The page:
State orders child agency to return $679,000
Friday February 17, 2012, 11:48 PM
BY HARVY LIPMAN
Print | E-mail The state wants a Paterson non-profit that oversees government-funded child care to repay nearly $700,000 spent on “disallowed” items — including $250,000 for a retirement nest egg for its former executive director.
The state Department of Human Services says 4Cs of Passaic County wasn’t permitted to use state funds for Mary Ann Mirko’s deferred compensation account. As of late 2009, that account was valued at more than $850,000.
The department’s review was limited to 2008 and 2009, but officials said they are continuing to review other years of state contracts with the non-profit.
“The auditor will go through contracts as far back as necessary to reclaim any disallowed costs,” said DHS spokeswoman Nicole Brossoie.
On Jan. 24, state auditors sent 4Cs a letter seeking $679,416 in reimbursements for costs they allege were claimed improperly in 2008 and 2009. In addition to Mirko’s retirement payments, DHS found that the non-profit had charged the state to pay for long-term-care insurance for the spouse of one employee and also had claimed travel expenses that shouldn’t have been covered under the contract.
Brossoie said she didn’t know which employees’ expenses are involved.
As the child-care resource and referral program for Passaic County, 4Cs oversees state and federal child-care voucher programs, runs the county’s referral service for parents seeking child care, maintains the waiting list of families eligible to receive vouchers, runs a training school for child-care workers and provides a range of other child-care-related services.
Formerly known as the North Jersey Community Coordinated Child Care Agency, 4Cs had an operating budget in 2010 of $34.5 million. According to its audited financial statement, all but a few thousand dollars of its revenue comes from state and federal funds.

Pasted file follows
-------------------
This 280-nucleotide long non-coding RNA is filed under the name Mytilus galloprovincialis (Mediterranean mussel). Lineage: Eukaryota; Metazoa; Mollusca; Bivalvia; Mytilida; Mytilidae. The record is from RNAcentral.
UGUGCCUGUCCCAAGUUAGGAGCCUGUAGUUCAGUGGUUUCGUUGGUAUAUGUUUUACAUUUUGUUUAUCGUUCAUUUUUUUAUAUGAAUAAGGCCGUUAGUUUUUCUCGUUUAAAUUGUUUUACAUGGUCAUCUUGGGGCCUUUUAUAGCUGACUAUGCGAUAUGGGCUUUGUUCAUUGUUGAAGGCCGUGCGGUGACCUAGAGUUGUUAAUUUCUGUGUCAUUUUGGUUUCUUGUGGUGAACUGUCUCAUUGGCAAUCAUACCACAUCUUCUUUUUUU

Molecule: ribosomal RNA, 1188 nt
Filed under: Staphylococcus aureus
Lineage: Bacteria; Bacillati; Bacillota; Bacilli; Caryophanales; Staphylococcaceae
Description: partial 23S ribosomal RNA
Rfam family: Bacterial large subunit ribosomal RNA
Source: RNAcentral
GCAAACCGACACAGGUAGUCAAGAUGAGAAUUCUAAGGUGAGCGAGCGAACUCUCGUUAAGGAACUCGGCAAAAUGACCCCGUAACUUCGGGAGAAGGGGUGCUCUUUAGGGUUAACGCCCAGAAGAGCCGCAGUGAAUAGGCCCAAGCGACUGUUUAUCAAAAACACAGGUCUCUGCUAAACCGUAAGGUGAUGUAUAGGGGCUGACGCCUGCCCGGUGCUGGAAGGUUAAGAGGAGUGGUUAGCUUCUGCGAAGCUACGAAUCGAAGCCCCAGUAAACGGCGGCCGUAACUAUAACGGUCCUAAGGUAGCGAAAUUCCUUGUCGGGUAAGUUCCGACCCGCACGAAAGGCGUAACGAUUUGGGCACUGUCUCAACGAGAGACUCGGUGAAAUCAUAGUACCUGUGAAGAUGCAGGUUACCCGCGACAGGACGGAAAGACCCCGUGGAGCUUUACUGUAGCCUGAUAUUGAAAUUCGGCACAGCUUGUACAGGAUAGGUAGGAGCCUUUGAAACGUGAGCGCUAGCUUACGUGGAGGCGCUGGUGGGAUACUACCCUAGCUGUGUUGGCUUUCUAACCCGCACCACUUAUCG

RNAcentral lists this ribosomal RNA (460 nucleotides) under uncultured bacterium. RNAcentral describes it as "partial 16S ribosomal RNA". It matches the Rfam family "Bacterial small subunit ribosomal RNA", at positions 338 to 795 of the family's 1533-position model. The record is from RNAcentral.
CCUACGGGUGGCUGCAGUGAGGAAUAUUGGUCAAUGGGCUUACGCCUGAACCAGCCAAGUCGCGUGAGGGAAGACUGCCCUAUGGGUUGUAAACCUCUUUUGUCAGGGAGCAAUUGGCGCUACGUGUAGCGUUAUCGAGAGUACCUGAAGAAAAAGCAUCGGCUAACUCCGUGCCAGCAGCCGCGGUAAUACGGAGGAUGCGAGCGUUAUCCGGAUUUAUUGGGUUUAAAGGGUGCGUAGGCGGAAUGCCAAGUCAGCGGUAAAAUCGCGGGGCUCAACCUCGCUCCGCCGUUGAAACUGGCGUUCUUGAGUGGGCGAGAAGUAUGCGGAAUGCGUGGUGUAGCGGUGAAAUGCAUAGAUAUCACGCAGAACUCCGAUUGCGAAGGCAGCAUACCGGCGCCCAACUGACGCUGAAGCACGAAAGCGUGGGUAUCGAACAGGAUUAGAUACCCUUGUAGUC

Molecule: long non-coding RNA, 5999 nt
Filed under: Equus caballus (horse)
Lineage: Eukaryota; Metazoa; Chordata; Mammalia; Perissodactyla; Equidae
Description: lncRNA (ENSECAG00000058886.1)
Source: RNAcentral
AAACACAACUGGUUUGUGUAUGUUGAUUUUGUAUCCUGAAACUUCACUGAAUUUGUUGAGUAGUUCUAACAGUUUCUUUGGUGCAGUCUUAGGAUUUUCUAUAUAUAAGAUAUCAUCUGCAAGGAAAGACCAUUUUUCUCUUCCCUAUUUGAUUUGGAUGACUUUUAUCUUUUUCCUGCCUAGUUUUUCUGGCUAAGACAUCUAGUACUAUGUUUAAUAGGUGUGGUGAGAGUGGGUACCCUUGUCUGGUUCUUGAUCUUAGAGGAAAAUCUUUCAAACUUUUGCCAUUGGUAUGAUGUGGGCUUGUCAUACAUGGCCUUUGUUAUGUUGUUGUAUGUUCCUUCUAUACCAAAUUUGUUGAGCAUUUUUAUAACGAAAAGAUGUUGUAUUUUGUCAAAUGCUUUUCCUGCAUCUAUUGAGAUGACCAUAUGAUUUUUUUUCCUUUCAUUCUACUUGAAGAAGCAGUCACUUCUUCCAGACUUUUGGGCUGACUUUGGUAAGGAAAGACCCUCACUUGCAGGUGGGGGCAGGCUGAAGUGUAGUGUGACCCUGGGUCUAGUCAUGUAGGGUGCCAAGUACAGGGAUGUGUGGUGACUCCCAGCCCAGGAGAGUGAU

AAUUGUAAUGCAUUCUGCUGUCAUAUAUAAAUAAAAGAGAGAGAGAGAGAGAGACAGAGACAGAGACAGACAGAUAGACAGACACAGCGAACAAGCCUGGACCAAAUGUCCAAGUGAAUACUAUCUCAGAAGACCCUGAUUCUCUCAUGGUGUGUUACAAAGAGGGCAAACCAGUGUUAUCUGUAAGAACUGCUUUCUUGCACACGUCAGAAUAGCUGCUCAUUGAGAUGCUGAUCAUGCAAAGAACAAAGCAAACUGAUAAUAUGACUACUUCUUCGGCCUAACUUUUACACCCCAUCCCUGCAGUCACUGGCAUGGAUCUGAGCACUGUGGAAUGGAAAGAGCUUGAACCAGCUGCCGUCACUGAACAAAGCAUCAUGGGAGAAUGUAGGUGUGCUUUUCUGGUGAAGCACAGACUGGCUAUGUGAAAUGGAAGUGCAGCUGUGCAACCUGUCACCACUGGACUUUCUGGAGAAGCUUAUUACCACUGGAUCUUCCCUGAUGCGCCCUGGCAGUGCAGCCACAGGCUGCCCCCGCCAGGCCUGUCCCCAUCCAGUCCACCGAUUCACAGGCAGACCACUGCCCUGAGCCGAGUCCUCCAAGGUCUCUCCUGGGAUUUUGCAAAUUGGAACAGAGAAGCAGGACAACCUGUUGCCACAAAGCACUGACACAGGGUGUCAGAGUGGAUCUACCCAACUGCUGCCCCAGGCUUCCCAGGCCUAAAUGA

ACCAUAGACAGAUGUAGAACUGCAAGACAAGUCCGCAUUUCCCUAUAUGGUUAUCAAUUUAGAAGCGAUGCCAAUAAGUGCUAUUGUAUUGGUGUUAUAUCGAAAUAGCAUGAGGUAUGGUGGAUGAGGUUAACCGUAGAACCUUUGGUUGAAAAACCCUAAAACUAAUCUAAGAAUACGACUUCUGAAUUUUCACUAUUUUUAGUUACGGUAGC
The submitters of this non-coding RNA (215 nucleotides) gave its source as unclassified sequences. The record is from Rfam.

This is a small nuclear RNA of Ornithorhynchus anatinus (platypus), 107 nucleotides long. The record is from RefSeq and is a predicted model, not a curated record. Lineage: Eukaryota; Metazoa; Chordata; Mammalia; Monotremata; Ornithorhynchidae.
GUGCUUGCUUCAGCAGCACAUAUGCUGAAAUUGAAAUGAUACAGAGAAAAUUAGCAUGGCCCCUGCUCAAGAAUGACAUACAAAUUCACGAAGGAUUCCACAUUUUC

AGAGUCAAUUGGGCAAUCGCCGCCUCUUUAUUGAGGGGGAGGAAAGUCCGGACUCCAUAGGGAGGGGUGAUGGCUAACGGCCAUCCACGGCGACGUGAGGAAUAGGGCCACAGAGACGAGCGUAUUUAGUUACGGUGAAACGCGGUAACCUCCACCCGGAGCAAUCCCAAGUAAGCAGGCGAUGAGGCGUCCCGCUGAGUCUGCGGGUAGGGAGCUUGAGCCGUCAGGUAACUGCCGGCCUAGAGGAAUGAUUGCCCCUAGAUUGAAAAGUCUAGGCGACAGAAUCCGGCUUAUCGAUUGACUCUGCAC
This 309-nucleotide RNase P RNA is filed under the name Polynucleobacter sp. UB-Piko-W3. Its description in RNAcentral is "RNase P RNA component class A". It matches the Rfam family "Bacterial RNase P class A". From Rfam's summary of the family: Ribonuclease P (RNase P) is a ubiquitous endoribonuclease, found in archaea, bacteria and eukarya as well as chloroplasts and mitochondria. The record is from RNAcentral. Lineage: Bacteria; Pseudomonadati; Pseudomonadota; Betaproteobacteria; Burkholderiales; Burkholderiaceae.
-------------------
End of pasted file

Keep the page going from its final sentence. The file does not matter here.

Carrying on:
Until her retirement at the end of January, Mirko was one of the highest-paid non-profit executives in North Jersey. According to the organization’s fiscal year 2010 tax return, her total compensation package came to $359,772 including fringe benefits and deferred compensation toward her retirement.
Board Chairman Keith Darragh said Friday that he wasn’t aware the state had demanded the repayments.
“We have an upcoming board meeting next week, and I will make sure we get the proper information then,” Darragh said. “I really have no comment until then.”
No one answered the phone number listed for Mirko.
This is not the first time her compensation package has been a topic for state regulators. When the Christie administration issued salary guidelines for social services agencies in April 2010, she was one of only a handful of non-profit executives in Bergen and Passaic whose pay was high enough to be affected, even though the cap did not apply to her deferred compensation and other benefits.
She declined at that time to discuss in detail the impact the salary cap would have on the agency, other than to say it would require pay cuts for the non-profit’s top two executives.
The non-profit’s tax filings show that Mirko’s annual compensation packages ranged from $281,721 to $422,529 between 2003 and 2010; during that time, almost all of 4Cs’ funding came from the government.
The Paterson group made deferred-compensation payments into her account each of those years. The value of her retirement plan varied over time because it was invested in the stock market and other holdings. But according to 4Cs’ 2009 audit, it was worth $856,252 as of Sept. 30, 2009.
Until 2008, 4Cs also ran its own child-care centers. But when DHS put out a request for proposals from organizations seeking to become resource and referral programs, it said groups that also provided child care weren’t eligible.
At that point, 4Cs was created as a new non-profit and split off from the North Jersey Community Coordinated Child Care Agency, which continues to operate two day-care centers in Paterson.